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EU stands to lose the most withbt betting EV tariff hikes

points policy gets tougher | bt betting | Updated: 2024-07-19 20:53:22

Chinese auto brand BYD is the official vehicle supplier for Euro 2024 in Germany. IMAGO/BEAUTIFUL SPORTS

Electric vehicles are the need of the hour due to their efficiency and environmental benefits, and are vital for achieving carbon neutrality goals. So the European Commission's controversial decision to significantly raise tariffs on electric vehicles made by Chinese manufacturers BYD, Geely and SAIC to up to 38.1 percent, raises significant concerns as it disrupts the world's transition to a net-zero economy.

It should be noted that this decision is going to be critical for the global economy. A recent study by the Kiel Institute for the World Economy in Germany highlights that the tariffs imposed on Chinese EVs would lead to a whopping loss of around $3.8 billion in the bloc's EV imports, which make up almost 25 percent of the current value of its trade.

The European Commission's act is aimed at protecting its industries from the rapid growth of Chinese-made EVs in the global market. Not only is the action a blatant instance of protectionism but it also violates the trading rules of the World Trade Organization.

It is interesting to note that the European automotive industry has expressed severe discontent with the tariff increases, arguing that this can erode the competitiveness of EU enterprises in the EV sector on the global stage.

The "unfair subsidy" narrative was considered an integral element in Ursula von der Leyen's reelection campaign during the EU elections. Yet this move mirrors the United States strategy of "de-risking" and decoupling from Beijing, highlighting the growing instances of economic nationalism and isolation.

The exports between China and the EU account for over a third of world trade. The two economic powerhouses trade goods worth over $800 billion annually, underlining the fact that the EU needs China for survival, that both sides are dependent on one another and the tariffs disrupt the vast cooperation between the two sides in green means of transport.

Furthermore, an addition of 10 percent tariffs costs the EU importers around $1 billion which further highlights that the decision would have severe economic repercussions and disrupt the growth of a sector that is already struggling with falling prices and slowing demand.

As production, energy and labor costs in Europe are higher than in China, the tariffs will only exacerbate these differences. The value of EU imports of Chinese EVs has increased significantly from $1.6 billion in 2020 to $11.5 billion in 2023. These tariffs are likely to impede the progress made in the transition to electric vehicles and disrupt achieving the reduction of greenhouse gas emissions by at least 55 percent by 2030, under the EU's Green Deal.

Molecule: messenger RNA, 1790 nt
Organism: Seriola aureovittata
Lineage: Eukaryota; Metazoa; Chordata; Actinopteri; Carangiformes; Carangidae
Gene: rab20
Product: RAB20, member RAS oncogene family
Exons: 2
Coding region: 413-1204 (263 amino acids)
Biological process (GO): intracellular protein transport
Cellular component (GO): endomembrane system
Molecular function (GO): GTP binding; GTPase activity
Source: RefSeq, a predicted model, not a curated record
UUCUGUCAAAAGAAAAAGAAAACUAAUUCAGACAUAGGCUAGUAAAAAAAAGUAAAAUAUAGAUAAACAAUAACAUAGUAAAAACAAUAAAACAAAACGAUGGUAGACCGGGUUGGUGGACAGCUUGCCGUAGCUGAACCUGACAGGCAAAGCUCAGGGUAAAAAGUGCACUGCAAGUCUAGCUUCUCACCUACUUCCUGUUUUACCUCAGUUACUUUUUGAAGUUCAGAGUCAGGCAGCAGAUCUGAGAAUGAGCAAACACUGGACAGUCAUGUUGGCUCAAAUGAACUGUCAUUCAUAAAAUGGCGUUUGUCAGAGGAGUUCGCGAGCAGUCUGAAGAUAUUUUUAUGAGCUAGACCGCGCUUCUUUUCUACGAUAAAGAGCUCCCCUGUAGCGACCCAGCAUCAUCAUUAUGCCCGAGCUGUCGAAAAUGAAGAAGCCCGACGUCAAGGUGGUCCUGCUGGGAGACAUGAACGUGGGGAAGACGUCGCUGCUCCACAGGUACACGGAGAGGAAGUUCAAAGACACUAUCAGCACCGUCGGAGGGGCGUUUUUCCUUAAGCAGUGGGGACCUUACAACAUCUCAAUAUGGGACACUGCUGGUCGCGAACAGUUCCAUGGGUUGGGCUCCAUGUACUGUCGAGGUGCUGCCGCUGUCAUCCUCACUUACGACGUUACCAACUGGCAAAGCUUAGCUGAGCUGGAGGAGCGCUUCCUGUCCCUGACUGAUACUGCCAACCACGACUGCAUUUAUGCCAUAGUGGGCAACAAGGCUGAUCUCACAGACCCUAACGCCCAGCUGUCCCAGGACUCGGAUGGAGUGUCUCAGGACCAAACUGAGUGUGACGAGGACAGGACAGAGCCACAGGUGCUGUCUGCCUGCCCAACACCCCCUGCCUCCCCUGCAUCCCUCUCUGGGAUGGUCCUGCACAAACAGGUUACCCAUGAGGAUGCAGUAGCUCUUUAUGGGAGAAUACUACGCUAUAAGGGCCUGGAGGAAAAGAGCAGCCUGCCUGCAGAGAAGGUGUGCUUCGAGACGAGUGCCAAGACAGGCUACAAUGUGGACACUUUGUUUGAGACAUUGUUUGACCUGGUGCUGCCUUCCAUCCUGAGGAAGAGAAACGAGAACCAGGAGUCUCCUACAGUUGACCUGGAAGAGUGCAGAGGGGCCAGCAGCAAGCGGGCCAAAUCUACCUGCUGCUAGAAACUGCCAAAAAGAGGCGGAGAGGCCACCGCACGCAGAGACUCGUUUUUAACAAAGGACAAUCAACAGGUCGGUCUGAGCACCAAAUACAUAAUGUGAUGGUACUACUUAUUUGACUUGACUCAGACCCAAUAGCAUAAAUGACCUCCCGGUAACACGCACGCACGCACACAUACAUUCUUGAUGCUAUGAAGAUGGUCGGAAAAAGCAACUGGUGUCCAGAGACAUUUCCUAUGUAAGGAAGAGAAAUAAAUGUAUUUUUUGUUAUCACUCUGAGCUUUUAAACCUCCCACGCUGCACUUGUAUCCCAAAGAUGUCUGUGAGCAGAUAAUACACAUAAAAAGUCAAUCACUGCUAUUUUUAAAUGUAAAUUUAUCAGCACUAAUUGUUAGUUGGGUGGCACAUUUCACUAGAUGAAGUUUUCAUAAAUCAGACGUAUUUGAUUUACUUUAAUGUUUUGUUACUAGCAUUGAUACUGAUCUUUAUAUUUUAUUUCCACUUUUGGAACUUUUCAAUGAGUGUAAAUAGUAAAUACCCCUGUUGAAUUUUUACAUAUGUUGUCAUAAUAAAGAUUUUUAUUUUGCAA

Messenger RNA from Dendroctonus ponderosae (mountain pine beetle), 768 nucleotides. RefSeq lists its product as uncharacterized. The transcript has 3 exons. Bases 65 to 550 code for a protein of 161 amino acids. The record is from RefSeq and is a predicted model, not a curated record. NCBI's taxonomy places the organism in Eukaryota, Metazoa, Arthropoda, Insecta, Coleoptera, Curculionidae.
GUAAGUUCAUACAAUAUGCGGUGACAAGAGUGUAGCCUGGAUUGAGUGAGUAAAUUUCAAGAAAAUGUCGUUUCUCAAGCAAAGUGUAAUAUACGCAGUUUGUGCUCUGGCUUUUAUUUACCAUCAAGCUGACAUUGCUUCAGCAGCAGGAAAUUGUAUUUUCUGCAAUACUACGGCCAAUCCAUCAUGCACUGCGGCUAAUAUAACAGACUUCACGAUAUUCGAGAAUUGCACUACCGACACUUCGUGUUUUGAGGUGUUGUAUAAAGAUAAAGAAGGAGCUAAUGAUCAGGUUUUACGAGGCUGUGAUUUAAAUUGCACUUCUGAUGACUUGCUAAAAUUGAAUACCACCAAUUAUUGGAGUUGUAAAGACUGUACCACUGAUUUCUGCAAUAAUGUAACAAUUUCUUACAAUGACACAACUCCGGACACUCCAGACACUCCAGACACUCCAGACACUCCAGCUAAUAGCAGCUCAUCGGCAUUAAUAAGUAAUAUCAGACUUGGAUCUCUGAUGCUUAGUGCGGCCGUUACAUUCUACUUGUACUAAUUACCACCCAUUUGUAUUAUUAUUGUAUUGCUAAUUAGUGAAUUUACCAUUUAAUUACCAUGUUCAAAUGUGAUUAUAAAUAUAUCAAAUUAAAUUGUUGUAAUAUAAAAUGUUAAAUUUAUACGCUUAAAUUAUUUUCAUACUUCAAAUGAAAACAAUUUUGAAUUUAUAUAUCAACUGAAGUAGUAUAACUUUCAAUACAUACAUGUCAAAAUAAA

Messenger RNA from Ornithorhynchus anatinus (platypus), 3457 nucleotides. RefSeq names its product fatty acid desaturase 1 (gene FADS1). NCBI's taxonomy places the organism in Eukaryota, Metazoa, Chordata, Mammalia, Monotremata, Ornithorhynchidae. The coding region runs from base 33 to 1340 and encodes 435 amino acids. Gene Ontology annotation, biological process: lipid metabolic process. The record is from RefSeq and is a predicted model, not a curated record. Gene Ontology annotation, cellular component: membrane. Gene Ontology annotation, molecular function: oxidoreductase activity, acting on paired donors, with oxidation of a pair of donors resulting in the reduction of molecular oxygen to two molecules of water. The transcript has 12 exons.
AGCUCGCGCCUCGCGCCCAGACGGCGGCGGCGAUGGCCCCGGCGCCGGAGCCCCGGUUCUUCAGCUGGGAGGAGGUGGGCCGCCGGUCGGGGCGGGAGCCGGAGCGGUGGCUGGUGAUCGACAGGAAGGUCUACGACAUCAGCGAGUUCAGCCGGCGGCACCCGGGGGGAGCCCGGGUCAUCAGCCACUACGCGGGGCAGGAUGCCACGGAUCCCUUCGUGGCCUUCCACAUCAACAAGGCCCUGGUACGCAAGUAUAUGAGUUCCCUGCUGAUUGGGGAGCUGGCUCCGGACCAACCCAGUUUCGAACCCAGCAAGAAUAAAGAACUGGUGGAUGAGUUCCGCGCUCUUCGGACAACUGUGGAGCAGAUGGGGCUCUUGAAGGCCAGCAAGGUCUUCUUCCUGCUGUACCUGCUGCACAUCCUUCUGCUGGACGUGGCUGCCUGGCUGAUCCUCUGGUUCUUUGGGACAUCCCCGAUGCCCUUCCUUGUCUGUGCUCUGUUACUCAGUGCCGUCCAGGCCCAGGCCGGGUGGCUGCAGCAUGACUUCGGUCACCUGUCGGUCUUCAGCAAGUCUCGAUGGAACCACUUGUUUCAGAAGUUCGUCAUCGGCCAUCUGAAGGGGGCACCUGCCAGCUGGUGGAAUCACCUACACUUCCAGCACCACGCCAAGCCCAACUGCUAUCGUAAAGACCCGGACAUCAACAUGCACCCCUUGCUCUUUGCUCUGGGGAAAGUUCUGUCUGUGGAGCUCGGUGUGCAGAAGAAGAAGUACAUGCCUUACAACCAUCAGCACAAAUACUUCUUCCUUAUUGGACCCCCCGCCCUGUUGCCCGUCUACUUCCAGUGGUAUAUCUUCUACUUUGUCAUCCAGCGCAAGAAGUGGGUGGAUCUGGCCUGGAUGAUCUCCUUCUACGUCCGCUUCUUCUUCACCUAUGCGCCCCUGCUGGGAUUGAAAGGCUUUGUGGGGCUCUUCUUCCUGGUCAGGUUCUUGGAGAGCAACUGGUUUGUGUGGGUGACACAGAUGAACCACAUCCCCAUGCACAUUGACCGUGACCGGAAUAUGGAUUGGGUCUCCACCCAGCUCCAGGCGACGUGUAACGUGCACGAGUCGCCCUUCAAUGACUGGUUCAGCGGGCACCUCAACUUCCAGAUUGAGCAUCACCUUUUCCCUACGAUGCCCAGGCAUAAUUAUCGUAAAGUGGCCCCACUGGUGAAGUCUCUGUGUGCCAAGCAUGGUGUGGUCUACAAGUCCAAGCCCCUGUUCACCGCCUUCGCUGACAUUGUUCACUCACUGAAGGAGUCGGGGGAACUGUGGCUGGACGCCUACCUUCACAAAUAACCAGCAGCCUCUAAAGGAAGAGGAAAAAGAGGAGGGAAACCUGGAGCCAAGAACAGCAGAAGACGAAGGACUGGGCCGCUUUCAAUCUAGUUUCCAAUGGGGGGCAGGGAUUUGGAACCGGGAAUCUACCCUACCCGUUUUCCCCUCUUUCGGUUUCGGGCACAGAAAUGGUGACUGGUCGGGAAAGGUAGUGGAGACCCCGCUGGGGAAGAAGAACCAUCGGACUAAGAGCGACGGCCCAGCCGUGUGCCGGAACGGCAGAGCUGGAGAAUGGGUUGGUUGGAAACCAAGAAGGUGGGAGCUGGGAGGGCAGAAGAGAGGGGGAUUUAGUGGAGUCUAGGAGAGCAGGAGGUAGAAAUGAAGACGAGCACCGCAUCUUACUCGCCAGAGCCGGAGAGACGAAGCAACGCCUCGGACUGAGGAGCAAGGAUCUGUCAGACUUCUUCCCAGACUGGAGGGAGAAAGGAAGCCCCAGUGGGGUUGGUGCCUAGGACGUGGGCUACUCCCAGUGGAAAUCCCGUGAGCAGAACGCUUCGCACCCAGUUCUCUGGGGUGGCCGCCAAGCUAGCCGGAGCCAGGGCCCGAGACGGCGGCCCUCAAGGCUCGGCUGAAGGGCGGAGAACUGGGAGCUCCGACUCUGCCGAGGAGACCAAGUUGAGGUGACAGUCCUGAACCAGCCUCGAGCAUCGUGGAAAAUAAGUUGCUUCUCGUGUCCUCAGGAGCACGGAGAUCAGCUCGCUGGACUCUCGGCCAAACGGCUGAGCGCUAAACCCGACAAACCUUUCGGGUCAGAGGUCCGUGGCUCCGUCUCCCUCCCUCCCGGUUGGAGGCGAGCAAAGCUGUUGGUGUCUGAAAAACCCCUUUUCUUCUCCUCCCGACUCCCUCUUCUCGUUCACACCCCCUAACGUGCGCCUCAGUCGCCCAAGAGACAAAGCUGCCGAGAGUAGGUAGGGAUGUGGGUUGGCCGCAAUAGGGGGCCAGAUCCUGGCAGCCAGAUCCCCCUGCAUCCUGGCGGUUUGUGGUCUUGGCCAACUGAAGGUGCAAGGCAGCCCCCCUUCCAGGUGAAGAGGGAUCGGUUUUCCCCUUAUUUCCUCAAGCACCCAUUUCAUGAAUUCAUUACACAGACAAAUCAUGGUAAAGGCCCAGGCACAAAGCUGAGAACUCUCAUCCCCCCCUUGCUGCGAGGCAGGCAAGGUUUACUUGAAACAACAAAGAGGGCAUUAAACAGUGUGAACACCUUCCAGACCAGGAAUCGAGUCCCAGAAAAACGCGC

The tariffs will certainly have an impact on the Chinese EV industry in terms of both profits earned and employment generated. But it would have an even worse impact on the EU as it would result in increasing the prices of the EVs because of which domestic automobile producers would face less competition and this would disrupt the transition from highly polluting automobiles that operate on fossil fuels to clean energy vehicles.

Simultaneously, the tariffs would open new markets for Chinese EV manufacturers as by shutting the Chinese EVs out of the EU markets, the demand for Chinese exports will increase elsewhere. This would result in benefiting the consumers of countries other than European ones, and would aid their transition to cleaner transportation, thus achieving carbon neutrality goals.

Chinese firms have also started picking up shares in countries with small domestic auto industries, such as Australia and New Zealand, which shows that the EU is the obvious loser in this case. Some experts argue that the decision to impose tariffs on foreign goods is an act of subsidies on domestic EV production because the EU is already burdened with a high level of debt.

However, Beijing's willingness to resolve the issue through dialogue should not be taken as a sign of weakness as Beijing has indicated that it is ready with retaliatory measures in the form of an antidumping investigation into European pork imports and an antisubsidy investigation into European dairy goods and tariffs on large-engine petrol cars if the EU does not back down.

In summary, it is a good omen that both sides have agreed to resume talks to propose a solution to the tariffs problem and hammer out their differences, and it would be in the best interest of both parties that the tariffs are removed through constructive dialogue.

The author is president of The Society of International Relations& Law, TILS, and director of Pak-China Corridor of Knowledge, Pakistan. The views do not necessarily reflect those of China Daily.

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